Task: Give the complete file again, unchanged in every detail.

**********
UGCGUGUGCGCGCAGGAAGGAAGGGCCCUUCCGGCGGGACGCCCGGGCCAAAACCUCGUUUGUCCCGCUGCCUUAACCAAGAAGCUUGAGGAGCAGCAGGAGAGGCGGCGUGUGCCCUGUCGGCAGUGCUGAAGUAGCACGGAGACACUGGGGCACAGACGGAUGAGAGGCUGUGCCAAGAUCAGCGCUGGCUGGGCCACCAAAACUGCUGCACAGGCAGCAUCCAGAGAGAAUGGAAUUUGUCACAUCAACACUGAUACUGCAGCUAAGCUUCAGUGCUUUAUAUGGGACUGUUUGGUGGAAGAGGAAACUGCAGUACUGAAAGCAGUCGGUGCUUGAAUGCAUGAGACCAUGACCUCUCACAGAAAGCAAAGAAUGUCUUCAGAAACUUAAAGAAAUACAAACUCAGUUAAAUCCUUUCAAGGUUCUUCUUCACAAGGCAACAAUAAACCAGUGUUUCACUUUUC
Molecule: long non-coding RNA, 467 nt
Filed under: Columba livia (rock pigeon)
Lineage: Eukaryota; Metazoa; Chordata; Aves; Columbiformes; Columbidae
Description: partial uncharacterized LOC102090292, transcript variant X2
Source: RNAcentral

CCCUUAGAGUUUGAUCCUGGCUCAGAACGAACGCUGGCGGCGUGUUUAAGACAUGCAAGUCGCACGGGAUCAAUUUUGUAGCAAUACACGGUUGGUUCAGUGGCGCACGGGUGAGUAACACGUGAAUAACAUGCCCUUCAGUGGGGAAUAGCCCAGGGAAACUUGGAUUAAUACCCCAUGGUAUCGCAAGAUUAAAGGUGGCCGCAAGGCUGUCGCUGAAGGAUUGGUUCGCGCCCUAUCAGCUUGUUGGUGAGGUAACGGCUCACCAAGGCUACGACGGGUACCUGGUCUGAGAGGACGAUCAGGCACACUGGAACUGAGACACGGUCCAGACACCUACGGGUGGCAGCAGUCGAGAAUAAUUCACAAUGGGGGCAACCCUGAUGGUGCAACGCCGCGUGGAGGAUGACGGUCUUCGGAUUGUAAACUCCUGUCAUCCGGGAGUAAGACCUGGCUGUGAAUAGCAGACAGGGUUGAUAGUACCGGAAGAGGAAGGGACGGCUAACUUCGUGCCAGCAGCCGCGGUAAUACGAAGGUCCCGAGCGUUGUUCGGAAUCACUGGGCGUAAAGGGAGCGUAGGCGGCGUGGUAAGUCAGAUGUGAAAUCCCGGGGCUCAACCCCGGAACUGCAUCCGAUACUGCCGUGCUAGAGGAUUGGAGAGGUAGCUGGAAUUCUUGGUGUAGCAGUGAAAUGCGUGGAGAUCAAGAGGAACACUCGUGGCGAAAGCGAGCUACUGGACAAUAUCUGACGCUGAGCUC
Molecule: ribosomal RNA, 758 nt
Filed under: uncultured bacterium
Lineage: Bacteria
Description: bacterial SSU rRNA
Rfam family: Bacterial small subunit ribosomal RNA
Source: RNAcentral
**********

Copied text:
UGCGUGUGCGCGCAGGAAGGAAGGGCCCUUCCGGCGGGACGCCCGGGCCAAAACCUCGUUUGUCCCGCUGCCUUAACCAAGAAGCUUGAGGAGCAGCAGGAGAGGCGGCGUGUGCCCUGUCGGCAGUGCUGAAGUAGCACGGAGACACUGGGGCACAGACGGAUGAGAGGCUGUGCCAAGAUCAGCGCUGGCUGGGCCACCAAAACUGCUGCACAGGCAGCAUCCAGAGAGAAUGGAAUUUGUCACAUCAACACUGAUACUGCAGCUAAGCUUCAGUGCUUUAUAUGGGACUGUUUGGUGGAAGAGGAAACUGCAGUACUGAAAGCAGUCGGUGCUUGAAUGCAUGAGACCAUGACCUCUCACAGAAAGCAAAGAAUGUCUUCAGAAACUUAAAGAAAUACAAACUCAGUUAAAUCCUUUCAAGGUUCUUCUUCACAAGGCAACAAUAAACCAGUGUUUCACUUUUC
Molecule: long non-coding RNA, 467 nt
Filed under: Columba livia (rock pigeon)
Lineage: Eukaryota; Metazoa; Chordata; Aves; Columbiformes; Columbidae
Description: partial uncharacterized LOC102090292, transcript variant X2
Source: RNAcentral

CCCUUAGAGUUUGAUCCUGGCUCAGAACGAACGCUGGCGGCGUGUUUAAGACAUGCAAGUCGCACGGGAUCAAUUUUGUAGCAAUACACGGUUGGUUCAGUGGCGCACGGGUGAGUAACACGUGAAUAACAUGCCCUUCAGUGGGGAAUAGCCCAGGGAAACUUGGAUUAAUACCCCAUGGUAUCGCAAGAUUAAAGGUGGCCGCAAGGCUGUCGCUGAAGGAUUGGUUCGCGCCCUAUCAGCUUGUUGGUGAGGUAACGGCUCACCAAGGCUACGACGGGUACCUGGUCUGAGAGGACGAUCAGGCACACUGGAACUGAGACACGGUCCAGACACCUACGGGUGGCAGCAGUCGAGAAUAAUUCACAAUGGGGGCAACCCUGAUGGUGCAACGCCGCGUGGAGGAUGACGGUCUUCGGAUUGUAAACUCCUGUCAUCCGGGAGUAAGACCUGGCUGUGAAUAGCAGACAGGGUUGAUAGUACCGGAAGAGGAAGGGACGGCUAACUUCGUGCCAGCAGCCGCGGUAAUACGAAGGUCCCGAGCGUUGUUCGGAAUCACUGGGCGUAAAGGGAGCGUAGGCGGCGUGGUAAGUCAGAUGUGAAAUCCCGGGGCUCAACCCCGGAACUGCAUCCGAUACUGCCGUGCUAGAGGAUUGGAGAGGUAGCUGGAAUUCUUGGUGUAGCAGUGAAAUGCGUGGAGAUCAAGAGGAACACUCGUGGCGAAAGCGAGCUACUGGACAAUAUCUGACGCUGAGCUC
Molecule: ribosomal RNA, 758 nt
Filed under: uncultured bacterium
Lineage: Bacteria
Description: bacterial SSU rRNA
Rfam family: Bacterial small subunit ribosomal RNA
Source: RNAcentral